18. bogart Says:

    Ack, late start today, no time to read all the other comments. Besides, isn’t today’s assigned topic “Frankenstorm?” Quick thoughts: I thought blogs were *for* complaining :) . And I live near 1 and work near another WF each of which is within walking distance of affordable housing and free (yes, yes, *to the ridership*) public transportation. Really! But no, I haven’t optimized on everything (yet!).

  19. Spanish Prof Says:

    After these commments, I feel like I live in SF and not the Midwest. My city (not Chicago), has a WF, a TJ, an Ikea and, if you want vanity, a Nordstrom. And while the city leans democratic, the suburbs are a completely different story.

    But about the question, one thing I never understood is graduate students bitching about academia because they’ll have to move somewhere they don’t like. Seriously, what did they expect? Maybe because I needed a job to stay in the country, that was clear to me from the beginning. I did choose and pick, though: I did not apply to jobs on certain states, and I did not apply to jobs that were either in mid-size cities, or at most 35 miles away from them. I luck out, and I learned a lot about geography in the process.

  20. kellydamian Says:

    I have the experience of going from an urban, snazzy city to the hot, hard-working interior of California. It was a rough transition, but life is what you make of it. I found that when I tried to re-live my Bay Area life here in Bako, it always backfired, but when I just embraced Bakersfield for the place that it is, things went a lot more smoothly. I work hard to see the beauty in the valley and respect the people who live here. It has definitely wormed its way into my heart.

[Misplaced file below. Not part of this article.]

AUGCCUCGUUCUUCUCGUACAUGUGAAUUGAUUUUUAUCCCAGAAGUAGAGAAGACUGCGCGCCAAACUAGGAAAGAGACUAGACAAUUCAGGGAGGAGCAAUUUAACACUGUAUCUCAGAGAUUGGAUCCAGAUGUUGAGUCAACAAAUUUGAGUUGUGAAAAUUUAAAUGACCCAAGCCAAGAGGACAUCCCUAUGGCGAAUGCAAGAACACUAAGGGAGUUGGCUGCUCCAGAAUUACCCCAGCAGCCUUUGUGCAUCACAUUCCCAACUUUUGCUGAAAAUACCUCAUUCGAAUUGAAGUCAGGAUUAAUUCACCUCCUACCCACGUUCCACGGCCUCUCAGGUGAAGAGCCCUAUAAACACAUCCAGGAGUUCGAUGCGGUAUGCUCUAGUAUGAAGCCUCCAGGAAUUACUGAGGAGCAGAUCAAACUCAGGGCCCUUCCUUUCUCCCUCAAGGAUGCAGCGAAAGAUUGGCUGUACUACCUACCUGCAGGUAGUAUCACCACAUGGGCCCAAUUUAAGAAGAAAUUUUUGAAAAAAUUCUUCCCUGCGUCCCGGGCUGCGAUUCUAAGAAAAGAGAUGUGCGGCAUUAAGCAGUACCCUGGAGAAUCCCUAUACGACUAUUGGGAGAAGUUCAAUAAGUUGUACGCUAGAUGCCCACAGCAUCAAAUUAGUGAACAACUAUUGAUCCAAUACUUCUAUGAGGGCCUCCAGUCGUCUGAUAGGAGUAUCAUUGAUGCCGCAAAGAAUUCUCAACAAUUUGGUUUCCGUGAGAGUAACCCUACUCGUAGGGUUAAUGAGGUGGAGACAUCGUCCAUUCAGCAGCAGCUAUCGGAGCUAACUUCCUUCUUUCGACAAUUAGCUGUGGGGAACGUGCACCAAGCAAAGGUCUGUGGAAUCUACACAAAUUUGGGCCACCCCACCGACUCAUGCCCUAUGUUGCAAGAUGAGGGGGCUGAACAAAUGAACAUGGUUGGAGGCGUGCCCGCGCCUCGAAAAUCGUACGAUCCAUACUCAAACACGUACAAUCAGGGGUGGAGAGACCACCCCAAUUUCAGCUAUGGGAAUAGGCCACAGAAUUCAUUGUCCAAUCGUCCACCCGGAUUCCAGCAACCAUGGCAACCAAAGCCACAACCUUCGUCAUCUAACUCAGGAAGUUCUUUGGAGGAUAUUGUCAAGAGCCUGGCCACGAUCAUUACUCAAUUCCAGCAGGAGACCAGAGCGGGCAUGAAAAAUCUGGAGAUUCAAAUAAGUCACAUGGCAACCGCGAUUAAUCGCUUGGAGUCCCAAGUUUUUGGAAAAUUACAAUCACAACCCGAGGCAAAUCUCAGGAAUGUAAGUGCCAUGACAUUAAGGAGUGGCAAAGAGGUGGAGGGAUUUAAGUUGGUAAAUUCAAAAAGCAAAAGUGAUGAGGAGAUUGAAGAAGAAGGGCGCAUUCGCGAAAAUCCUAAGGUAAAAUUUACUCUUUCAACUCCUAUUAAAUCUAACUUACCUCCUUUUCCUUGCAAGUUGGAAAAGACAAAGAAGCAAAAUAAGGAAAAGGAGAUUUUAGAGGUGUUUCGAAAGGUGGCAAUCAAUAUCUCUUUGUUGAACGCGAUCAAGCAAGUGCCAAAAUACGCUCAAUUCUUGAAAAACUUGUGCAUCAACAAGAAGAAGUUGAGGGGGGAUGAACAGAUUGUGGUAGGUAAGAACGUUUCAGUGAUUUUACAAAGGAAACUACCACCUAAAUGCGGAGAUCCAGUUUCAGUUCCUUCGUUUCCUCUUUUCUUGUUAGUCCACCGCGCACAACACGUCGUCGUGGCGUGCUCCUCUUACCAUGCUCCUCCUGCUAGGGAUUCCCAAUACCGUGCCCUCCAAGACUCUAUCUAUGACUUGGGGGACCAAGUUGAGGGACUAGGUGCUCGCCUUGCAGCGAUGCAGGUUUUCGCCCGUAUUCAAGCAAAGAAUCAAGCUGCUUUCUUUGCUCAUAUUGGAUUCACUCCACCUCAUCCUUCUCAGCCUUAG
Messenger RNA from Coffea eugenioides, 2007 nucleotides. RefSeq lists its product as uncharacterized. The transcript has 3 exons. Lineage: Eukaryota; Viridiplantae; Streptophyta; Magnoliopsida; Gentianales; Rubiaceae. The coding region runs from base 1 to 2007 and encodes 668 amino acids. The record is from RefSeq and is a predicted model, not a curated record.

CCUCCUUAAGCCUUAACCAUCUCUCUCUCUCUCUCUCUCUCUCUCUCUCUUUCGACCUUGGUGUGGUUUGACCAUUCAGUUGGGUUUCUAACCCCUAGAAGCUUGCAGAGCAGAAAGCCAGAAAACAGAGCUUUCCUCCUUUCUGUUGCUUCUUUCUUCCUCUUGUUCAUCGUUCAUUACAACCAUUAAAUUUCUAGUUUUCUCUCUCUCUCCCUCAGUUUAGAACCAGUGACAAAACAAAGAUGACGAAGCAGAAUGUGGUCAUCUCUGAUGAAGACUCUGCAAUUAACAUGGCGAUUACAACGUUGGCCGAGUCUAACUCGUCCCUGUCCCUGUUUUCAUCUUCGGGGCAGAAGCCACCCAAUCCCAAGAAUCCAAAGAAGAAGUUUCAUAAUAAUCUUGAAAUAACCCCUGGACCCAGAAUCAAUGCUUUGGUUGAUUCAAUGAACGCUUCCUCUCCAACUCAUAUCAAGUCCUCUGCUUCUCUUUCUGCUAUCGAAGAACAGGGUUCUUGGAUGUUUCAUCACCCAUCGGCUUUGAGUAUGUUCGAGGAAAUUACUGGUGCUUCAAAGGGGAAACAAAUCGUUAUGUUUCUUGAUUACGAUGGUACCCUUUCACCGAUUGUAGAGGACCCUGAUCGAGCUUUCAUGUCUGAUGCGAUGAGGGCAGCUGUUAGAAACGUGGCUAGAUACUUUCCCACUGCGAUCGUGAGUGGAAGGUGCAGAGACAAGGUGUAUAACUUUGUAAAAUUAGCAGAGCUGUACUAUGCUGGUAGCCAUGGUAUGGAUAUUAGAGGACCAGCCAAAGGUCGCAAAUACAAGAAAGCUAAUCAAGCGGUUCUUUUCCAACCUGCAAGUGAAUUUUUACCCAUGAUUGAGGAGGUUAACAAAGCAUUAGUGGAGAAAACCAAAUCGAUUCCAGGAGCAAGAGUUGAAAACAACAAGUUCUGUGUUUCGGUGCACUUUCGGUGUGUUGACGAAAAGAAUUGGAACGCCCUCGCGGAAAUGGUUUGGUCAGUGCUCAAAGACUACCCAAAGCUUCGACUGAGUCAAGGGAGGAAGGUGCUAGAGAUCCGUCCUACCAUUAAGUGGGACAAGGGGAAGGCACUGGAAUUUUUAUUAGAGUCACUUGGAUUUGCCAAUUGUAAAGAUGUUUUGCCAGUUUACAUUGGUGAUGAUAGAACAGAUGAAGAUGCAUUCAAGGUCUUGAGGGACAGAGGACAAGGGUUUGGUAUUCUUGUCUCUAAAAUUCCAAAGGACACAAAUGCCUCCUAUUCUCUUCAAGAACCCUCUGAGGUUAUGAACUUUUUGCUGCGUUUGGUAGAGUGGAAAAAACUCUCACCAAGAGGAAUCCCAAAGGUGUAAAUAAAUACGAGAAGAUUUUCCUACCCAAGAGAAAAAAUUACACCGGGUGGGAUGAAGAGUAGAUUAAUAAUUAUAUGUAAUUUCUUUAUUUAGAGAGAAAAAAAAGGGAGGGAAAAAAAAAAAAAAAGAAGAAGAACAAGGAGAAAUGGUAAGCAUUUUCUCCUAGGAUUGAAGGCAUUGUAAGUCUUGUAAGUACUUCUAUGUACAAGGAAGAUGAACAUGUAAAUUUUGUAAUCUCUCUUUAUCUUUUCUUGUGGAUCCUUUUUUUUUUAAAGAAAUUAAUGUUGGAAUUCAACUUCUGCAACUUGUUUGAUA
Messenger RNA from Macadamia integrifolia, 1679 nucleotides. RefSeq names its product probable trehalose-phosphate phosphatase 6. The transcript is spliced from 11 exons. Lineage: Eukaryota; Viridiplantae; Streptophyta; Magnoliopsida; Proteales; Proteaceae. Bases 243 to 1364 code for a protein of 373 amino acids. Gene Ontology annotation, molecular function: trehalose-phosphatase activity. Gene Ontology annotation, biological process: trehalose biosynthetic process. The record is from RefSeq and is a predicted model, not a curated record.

• nicoleandmaggie Says:

      If things are worming into your heart, consider seeing a physician right away!

      • Debbie M Says:

        The people can make or break a place. I have enjoyed living in a dorm room and in the woods, and I have disliked living in a large city (with plenty of libraries and community colleges and TV channels). Also, maybe it’s okay to be like the people in that joke “True Stories” where God was too tired to fix part of his creation, so he made people who liked it like that.

  21. Cloud Says:

    Well, I live in San Diego, which has multiple Whole Foods AND Trader Joes. But none of these are super convenient for me, so mostly we shop at the grocery store down the street and complain bitterly about its crappy produce. But within each complaint is the implicit acknowledgement that yes, we could rearrange our priorities and our schedules to allow us the time to go to TJs more than once a month, and/or to one of our local Whole Foods like chain (cheaper, with more local produce), and/or to one of the many farmer’s markets in town. But we don’t, because time is our main currency these days and the store with crappy produce is a 2 minute drive from our door. What I WANT is to have one of the better options two minutes from my otherwise perfectly located door! Or to have the store that is two minutes from my door magically start carrying better produce.

    I don’t complain much about the weather, though. OK, I whinged a bit at the tail end of our hot (for us) summer, and I’ll no doubt whinge a bit when it is cold for a couple of weeks, too.

    Just because things are pretty damn good, I don’t see why I can’t wish they were perfect!

  22. hush Says:

    I’m fine with folks complaining about trade-offs up to a point, but then suddenly I find the conversation needs to move on very soon, or else inside I feel like I’m the person’s unpaid life coach: “I think you made a great choice, no really, you did!” rah rah…